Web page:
Companies risk harm from cash glut: survey

LONDON Tue May 29, 2012 7:12pm EDT

LONDON (Reuters) - Elite companies in Europe and the United States are hoarding $1.2 trillion of cash on their balance sheets, potentially missing opportunities to cut debt, reward faithful investors or accelerate their growth, a survey on Wednesday showed.

In its Annual Working Capital Management Survey, auditors Ernst & Young found that 2,000 of the largest U.S. and European firms were keeping the sum - equivalent to nearly 7 percent of their aggregated sales - unnecessarily tied up in working capital, amid fears of a fresh credit squeeze or economic downturn.

"While there have been signs of corporate confidence in the global economy, macro-economic uncertainty in Europe has left many businesses and financial institutions cautious on financing and growth," said Jon Morris, Head of Working Capital Management at Ernst & Young for Europe, Middle East, India and Africa.

"Now's the time for companies to challenge their working capital performance and seek effective strategies to free up excess cash from the balance sheet to reduce net debt, fund growth or business transformation or even return value to shareholders," he said.

Efficient working capital management ensures a company has sufficient cash flow in order to meet its short-term debt obligations and operating expenses.

But poorly managed cash flows resulting in either a surplus or shortage of working capital are potentially harmful to a company.

A surplus can be eroded by inflation, while a shortage of capital leaves companies short of a safety net and vulnerable to collapse if demand for their products nosedives or the cost of raw materials rises sharply.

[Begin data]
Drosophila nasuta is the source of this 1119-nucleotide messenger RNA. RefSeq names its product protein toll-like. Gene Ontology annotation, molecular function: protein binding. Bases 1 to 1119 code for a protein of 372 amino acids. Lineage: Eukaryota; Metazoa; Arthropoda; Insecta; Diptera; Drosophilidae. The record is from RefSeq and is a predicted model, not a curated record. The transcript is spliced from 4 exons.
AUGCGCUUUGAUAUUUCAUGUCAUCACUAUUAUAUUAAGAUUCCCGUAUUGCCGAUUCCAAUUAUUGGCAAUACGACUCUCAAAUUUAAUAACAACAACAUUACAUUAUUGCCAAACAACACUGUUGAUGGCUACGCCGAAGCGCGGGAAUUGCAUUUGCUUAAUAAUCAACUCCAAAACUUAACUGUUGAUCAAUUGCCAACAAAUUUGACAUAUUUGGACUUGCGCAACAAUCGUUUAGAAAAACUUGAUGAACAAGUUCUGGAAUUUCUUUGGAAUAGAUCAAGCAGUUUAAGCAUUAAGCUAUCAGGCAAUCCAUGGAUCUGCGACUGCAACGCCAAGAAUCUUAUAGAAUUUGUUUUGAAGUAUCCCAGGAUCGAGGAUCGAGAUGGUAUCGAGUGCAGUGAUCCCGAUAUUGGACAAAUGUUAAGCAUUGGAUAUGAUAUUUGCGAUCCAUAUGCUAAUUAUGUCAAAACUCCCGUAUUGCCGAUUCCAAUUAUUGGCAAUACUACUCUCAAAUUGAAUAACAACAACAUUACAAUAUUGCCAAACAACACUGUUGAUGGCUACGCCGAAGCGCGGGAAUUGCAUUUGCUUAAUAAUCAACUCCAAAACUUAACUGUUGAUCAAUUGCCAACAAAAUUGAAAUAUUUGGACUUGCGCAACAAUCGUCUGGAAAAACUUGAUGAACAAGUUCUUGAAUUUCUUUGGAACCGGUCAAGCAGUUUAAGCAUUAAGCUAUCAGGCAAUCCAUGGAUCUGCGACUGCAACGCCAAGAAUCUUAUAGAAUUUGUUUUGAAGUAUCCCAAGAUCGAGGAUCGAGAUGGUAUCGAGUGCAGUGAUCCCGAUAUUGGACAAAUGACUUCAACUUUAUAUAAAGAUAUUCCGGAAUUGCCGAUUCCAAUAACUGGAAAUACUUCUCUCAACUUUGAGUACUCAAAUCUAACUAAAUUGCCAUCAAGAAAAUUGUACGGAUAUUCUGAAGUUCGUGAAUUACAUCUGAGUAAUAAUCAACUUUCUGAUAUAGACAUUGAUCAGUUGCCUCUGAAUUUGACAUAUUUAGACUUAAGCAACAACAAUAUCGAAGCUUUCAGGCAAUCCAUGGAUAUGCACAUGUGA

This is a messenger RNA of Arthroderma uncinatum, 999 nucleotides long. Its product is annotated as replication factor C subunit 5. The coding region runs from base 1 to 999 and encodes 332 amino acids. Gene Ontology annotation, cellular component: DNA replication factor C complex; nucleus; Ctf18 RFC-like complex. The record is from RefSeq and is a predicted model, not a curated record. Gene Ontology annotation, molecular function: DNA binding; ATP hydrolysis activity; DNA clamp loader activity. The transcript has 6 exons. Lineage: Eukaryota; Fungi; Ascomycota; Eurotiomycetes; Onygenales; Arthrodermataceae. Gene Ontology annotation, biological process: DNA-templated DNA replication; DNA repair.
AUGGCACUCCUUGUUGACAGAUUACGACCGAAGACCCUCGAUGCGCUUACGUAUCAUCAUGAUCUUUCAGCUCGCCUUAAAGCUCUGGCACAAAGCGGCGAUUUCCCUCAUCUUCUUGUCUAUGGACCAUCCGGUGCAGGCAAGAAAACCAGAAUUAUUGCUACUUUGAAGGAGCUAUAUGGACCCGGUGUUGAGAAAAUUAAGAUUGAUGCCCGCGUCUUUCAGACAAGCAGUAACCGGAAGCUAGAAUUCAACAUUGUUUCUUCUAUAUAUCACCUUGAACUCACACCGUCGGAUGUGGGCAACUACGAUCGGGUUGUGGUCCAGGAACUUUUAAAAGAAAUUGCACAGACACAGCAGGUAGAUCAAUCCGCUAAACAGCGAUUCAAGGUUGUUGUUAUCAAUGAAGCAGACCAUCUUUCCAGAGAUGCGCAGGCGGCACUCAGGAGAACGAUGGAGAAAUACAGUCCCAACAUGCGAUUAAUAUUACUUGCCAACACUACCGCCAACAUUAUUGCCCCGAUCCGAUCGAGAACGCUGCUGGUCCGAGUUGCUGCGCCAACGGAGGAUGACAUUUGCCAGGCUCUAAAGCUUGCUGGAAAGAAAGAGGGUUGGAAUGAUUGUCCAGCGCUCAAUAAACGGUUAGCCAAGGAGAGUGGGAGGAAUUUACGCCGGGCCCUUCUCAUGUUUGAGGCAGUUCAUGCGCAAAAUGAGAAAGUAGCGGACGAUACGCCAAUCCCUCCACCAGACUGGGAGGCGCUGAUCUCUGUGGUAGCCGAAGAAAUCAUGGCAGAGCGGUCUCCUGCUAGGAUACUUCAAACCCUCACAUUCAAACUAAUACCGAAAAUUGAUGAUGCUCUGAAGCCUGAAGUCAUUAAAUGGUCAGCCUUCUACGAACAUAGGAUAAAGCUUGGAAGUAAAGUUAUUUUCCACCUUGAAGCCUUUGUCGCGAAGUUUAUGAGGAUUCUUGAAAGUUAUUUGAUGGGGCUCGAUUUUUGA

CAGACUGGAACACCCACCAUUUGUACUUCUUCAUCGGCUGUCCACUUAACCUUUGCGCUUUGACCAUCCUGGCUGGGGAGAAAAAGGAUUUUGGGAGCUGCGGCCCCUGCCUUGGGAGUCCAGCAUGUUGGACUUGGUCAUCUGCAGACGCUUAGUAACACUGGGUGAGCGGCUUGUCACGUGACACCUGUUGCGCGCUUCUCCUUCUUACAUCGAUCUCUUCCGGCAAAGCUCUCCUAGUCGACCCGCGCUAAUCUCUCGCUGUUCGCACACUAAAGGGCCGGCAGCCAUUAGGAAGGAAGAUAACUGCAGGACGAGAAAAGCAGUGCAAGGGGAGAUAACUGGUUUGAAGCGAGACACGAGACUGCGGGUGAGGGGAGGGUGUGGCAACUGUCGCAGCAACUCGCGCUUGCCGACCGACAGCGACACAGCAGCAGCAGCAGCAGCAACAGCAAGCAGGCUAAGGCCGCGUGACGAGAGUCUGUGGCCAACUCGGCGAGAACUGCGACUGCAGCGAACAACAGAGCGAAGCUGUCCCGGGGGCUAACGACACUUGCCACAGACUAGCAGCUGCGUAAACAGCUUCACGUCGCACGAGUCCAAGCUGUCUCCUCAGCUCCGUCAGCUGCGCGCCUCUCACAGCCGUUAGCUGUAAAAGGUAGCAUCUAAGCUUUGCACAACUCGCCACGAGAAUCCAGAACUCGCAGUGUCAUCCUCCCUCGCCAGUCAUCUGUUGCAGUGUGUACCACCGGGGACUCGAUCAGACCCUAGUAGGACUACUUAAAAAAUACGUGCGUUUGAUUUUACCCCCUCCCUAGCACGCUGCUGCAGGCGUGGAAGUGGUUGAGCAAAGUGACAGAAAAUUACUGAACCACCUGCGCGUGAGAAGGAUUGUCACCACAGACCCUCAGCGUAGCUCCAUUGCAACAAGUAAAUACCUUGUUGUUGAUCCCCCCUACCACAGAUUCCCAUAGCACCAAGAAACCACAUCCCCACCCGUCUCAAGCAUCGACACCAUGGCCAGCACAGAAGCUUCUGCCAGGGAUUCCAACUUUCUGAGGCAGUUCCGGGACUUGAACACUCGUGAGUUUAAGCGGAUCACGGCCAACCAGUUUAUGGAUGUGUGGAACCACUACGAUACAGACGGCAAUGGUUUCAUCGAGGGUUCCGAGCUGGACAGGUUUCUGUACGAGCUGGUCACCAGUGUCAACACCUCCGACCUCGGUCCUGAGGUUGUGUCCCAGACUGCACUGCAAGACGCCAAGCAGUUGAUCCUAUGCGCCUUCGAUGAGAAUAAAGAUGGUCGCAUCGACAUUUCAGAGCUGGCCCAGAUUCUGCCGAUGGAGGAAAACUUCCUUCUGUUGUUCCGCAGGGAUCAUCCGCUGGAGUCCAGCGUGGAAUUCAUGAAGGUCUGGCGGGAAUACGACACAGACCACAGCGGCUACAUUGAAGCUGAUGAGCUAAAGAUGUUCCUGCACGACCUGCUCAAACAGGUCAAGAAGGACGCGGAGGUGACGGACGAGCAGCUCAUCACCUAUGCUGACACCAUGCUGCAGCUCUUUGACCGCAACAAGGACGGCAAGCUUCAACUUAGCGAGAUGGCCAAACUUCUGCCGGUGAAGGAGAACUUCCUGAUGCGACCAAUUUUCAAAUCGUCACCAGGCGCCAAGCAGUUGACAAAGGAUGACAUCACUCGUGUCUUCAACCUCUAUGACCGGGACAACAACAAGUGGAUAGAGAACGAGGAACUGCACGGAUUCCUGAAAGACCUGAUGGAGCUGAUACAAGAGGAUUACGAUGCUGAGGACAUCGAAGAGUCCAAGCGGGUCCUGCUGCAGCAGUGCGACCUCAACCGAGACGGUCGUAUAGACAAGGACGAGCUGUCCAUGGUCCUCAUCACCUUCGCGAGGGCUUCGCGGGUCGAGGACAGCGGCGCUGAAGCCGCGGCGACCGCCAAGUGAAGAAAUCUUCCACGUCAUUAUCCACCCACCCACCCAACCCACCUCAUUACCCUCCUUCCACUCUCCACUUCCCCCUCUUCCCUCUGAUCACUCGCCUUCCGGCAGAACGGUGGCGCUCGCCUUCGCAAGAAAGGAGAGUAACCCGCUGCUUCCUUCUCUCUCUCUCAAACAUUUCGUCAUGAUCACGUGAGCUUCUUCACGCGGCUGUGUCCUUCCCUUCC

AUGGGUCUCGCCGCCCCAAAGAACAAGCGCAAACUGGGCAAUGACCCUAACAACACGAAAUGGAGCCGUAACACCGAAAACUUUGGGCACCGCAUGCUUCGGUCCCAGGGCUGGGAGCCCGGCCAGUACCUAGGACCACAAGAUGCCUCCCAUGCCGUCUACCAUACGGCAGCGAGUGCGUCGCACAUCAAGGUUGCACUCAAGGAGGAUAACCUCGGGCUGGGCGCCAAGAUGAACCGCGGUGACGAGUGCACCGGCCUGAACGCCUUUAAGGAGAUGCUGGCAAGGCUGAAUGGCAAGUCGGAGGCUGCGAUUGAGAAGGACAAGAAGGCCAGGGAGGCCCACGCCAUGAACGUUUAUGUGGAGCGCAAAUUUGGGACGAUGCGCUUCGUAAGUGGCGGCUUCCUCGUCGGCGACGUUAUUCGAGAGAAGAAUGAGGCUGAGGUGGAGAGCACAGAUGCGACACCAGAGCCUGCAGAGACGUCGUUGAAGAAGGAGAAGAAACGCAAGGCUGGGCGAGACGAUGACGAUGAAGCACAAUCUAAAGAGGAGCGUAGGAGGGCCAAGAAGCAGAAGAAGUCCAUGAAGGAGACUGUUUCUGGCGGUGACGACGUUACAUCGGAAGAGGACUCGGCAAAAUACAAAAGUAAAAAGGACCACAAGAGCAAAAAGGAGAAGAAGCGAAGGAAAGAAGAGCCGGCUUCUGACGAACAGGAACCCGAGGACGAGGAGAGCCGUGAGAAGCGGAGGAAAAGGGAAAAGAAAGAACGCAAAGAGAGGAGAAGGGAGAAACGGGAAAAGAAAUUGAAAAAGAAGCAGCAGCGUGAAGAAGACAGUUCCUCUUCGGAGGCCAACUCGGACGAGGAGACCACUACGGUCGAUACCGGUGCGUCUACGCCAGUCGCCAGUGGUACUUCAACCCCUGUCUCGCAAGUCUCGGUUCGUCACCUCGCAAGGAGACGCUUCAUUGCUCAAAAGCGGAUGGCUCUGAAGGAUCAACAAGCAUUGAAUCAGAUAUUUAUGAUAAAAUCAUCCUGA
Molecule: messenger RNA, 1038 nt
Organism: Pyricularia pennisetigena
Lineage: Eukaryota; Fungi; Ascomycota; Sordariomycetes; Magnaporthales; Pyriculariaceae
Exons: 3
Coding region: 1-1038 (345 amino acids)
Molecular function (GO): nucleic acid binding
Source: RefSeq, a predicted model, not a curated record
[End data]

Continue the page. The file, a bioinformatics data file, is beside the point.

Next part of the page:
Companies based in the United States managed to reduce their cash holdings by 3 percent year-on-year in 2011 as their domestic economy rallied but most European counterparts remained reluctant to trim their stockpiles, the survey showed.

Since 2002, the strongest and most productive U.S. and European companies have cut their cash hoardings by 16 percent but the rate of working capital improvement is beginning to wane, Ernst & Young said.

Over the last three years, this rate has stagnated in both regions, while average annual gains were approaching 3 percent in the previous six years.

"Despite the demand and desire for European corporates to improve their cash performance, these businesses are having to manage the impact of a number of key drivers in order to achieve this," Morris said.

"While improved financial technology can enable improvement; the volatility of demand, risk of customer default, leaner and less flexible supply chains, the physical distance created by shared service centers as well as sheer geographical spread of businesses today mean that managers need to be smarter and more integrated to release cash in a sustainable way."

(Reporting by Sinead Cruise; Editing by David Cowell)

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Comments (2)
mulholland wrote:
Corporations are prudent. Governments are not.

May 29, 2012 7:49pm EDT  --  Report as abuse
Cashflowguy wrote:
After reading the E&Y article, I think you mean to say that companies have $1.2 trillion unnecessarily tied up in working capital ….not that they have that cash actually sitting on the balance sheet. The report states also that US companies since 2002 have reduced their Cash Conversion Cycle and working capital needs by 16%…NOT that they have reduced the actual cash they are holding and hoarding…these are very different things. All of the Fed reports show that the actual cash on the balance sheet (cash on hand in short term deposits and liquidity investments) are continuing to go UP. The E&Y report focuses on cash locked up in working capital, not on cash being held on the balance sheet.

May 31, 2012 11:04am EDT  --  Report as abuse
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